Do you have a bathtub shrine? You know the ones: a cast iron tub set on end and half buried in the ground, with a religious statue — usually of Mary — inside.
I don’t have a bathtub shrine, but I do have both a statue of St. Joseph and of the Blessed Virgin Mary in my backyard.
In the Foundations of Faith feature for June 19 (http://bit.ly/1FwsYsb), I wrote about wayside and roadside shrines around the world. These include bathtub shrines, as well as roadside chapels in Door County. These little chapels, sometimes compared in shape to toolsheds and (yes, I blush to say it) like outhouses, dot the landscape of the Door Peninsula thanks to families of Belgian descent.
After the article appeared, I took a trip around Kewaunee County and lower Door County, where I located nine of these little wayside shrines. From St. Odile Chapel in Thiry Daems with its little stained glass window over the doorway, to the Blessed Virgin Mary Chapel in Tonet with its little blue cross above the door, to the St. Ghiselane Chapel in Misere which stands exactly where the St. Michael Church stood until the mid-1970s, each chapel has its rustic charm. Some have candles you can light, though I think their small size – most are about 8 x 10 feet — might pose a fire risk. Others have holy water fonts. Many have guest books; I signed in right below a lady from England who was also there this month. Most of the local people will notice you around, should you have any questions: the tavern across the street or the pickup truck that slows down as it passes you, or the farmer who mows the grass in the cemetery where a chapel sits, all are willing to share some local stories.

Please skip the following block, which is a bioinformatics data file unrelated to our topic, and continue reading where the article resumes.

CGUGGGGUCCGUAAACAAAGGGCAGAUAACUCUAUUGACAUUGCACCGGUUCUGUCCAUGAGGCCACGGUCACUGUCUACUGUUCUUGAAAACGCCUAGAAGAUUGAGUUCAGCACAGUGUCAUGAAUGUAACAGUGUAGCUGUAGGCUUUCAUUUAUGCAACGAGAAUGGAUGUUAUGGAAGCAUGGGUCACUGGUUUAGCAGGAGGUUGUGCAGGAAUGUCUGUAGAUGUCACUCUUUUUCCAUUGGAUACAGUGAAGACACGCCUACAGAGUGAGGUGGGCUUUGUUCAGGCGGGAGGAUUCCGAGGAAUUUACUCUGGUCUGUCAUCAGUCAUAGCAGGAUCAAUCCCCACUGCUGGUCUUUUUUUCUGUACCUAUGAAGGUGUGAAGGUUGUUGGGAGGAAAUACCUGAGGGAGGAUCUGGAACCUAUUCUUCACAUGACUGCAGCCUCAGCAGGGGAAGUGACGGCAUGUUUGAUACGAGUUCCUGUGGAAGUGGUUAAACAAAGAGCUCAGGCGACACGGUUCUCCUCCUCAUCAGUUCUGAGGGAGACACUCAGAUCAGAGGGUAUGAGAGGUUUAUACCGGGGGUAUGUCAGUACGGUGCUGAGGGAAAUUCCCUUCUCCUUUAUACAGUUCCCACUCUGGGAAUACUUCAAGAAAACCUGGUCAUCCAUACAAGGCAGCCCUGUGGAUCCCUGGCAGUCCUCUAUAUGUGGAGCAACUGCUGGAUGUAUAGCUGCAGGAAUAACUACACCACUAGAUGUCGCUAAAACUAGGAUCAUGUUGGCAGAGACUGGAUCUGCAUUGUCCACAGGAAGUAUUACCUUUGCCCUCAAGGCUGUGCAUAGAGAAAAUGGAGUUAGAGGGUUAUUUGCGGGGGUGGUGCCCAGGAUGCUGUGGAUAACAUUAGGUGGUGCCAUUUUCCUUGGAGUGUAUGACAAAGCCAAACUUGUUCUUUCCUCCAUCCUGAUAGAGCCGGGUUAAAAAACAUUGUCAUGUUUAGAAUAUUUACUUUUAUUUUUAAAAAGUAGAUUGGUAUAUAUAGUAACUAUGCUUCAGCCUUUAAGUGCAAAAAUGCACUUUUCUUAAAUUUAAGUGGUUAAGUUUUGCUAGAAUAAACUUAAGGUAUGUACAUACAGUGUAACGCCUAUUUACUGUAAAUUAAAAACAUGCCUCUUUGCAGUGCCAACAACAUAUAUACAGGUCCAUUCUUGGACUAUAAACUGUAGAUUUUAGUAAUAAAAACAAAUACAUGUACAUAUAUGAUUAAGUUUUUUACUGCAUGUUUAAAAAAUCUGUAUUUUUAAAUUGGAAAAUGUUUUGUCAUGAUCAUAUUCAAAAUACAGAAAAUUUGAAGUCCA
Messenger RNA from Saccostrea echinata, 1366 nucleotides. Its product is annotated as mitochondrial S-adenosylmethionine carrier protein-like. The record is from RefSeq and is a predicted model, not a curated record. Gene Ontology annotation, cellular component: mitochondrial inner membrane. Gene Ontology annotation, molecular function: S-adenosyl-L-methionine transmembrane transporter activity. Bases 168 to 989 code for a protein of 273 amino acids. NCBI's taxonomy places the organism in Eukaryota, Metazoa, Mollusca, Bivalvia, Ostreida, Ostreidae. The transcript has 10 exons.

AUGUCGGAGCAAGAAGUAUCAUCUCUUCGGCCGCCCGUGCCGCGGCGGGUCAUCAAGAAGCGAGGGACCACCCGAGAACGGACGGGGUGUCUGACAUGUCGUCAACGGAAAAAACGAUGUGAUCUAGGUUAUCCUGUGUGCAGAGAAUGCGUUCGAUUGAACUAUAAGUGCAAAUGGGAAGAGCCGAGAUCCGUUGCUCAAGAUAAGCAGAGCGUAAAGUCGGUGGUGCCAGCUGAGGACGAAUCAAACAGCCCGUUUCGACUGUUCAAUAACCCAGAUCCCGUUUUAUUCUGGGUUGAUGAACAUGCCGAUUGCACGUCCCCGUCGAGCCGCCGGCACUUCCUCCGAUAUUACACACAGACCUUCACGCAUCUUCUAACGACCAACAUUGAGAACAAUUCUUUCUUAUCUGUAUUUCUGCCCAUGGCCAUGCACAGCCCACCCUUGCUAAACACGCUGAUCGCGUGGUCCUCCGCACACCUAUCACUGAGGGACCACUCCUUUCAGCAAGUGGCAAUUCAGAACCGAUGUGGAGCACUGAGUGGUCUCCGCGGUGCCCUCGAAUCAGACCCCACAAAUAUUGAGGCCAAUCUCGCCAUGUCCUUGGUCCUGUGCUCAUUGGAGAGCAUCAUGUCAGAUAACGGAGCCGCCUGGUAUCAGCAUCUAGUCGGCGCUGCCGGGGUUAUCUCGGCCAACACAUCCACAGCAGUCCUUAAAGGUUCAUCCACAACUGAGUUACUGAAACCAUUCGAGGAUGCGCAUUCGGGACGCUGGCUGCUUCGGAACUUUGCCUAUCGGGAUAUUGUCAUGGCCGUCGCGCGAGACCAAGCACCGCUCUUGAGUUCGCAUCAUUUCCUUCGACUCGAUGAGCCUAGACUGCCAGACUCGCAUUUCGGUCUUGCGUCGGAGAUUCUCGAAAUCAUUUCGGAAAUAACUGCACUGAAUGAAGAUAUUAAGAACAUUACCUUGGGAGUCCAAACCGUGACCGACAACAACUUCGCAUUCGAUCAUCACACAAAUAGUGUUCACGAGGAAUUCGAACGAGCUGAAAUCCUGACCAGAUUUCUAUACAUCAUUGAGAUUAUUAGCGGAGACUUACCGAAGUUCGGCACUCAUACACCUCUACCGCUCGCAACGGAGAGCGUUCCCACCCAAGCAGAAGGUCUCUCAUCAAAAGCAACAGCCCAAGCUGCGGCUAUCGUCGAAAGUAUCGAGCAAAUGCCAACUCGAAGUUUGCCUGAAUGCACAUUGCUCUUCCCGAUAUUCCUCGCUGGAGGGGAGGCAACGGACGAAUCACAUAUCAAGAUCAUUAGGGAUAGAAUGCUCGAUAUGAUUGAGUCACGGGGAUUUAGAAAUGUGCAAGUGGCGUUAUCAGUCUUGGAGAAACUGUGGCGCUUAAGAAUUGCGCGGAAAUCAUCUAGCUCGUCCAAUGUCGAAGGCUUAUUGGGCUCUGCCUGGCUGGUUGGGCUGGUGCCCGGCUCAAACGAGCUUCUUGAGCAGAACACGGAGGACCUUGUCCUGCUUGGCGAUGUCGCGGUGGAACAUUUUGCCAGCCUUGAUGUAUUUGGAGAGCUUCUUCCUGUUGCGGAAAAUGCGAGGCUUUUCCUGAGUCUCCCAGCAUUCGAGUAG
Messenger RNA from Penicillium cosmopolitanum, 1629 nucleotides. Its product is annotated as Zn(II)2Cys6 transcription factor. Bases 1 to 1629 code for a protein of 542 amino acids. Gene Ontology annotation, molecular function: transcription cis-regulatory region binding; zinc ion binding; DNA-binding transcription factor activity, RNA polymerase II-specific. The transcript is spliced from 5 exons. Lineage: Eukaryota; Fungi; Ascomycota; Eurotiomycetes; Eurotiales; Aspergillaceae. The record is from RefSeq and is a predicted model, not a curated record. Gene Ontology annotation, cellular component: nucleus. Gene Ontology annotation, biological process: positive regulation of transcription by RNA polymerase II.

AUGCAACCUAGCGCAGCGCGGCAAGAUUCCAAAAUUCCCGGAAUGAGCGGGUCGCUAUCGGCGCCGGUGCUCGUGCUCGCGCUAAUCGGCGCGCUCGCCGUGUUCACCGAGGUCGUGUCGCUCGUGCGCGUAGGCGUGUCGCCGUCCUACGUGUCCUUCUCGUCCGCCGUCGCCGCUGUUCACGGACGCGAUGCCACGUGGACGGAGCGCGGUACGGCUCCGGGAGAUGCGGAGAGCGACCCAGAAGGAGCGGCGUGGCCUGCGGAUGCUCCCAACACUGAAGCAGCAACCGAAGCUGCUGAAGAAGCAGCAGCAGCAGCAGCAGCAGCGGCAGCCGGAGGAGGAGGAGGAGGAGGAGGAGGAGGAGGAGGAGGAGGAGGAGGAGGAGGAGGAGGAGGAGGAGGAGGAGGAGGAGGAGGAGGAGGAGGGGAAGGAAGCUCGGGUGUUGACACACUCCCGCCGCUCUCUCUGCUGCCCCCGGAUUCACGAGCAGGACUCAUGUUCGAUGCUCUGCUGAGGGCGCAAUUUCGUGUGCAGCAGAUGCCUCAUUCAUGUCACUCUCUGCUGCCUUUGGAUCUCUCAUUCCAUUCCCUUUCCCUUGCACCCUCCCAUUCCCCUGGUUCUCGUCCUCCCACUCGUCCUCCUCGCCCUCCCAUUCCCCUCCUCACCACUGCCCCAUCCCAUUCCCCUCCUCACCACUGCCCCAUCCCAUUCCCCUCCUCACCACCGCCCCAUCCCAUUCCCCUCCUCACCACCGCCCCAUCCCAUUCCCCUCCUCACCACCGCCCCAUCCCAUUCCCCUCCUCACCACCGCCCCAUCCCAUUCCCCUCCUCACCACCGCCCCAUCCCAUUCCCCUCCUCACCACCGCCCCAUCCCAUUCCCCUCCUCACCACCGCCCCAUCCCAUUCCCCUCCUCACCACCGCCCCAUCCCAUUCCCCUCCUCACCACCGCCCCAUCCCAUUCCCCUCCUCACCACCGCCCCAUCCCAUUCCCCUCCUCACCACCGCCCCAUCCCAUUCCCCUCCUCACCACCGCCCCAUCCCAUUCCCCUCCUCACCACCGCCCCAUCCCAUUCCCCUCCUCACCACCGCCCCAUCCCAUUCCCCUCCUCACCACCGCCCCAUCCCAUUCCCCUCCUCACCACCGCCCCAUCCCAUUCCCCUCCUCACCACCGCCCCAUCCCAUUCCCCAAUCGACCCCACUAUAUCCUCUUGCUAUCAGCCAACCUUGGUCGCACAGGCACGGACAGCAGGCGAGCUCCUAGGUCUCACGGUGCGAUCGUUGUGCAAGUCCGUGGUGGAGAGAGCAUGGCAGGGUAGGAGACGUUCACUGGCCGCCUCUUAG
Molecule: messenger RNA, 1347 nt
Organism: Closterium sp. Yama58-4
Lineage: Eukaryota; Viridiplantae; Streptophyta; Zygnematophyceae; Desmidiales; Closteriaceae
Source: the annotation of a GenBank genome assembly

If you are out and about this summer, here is a link to a map showing the locations of some of these Door County treasures: walloonbelgiansdoorpeninsula.weebly.com/chapels-map.html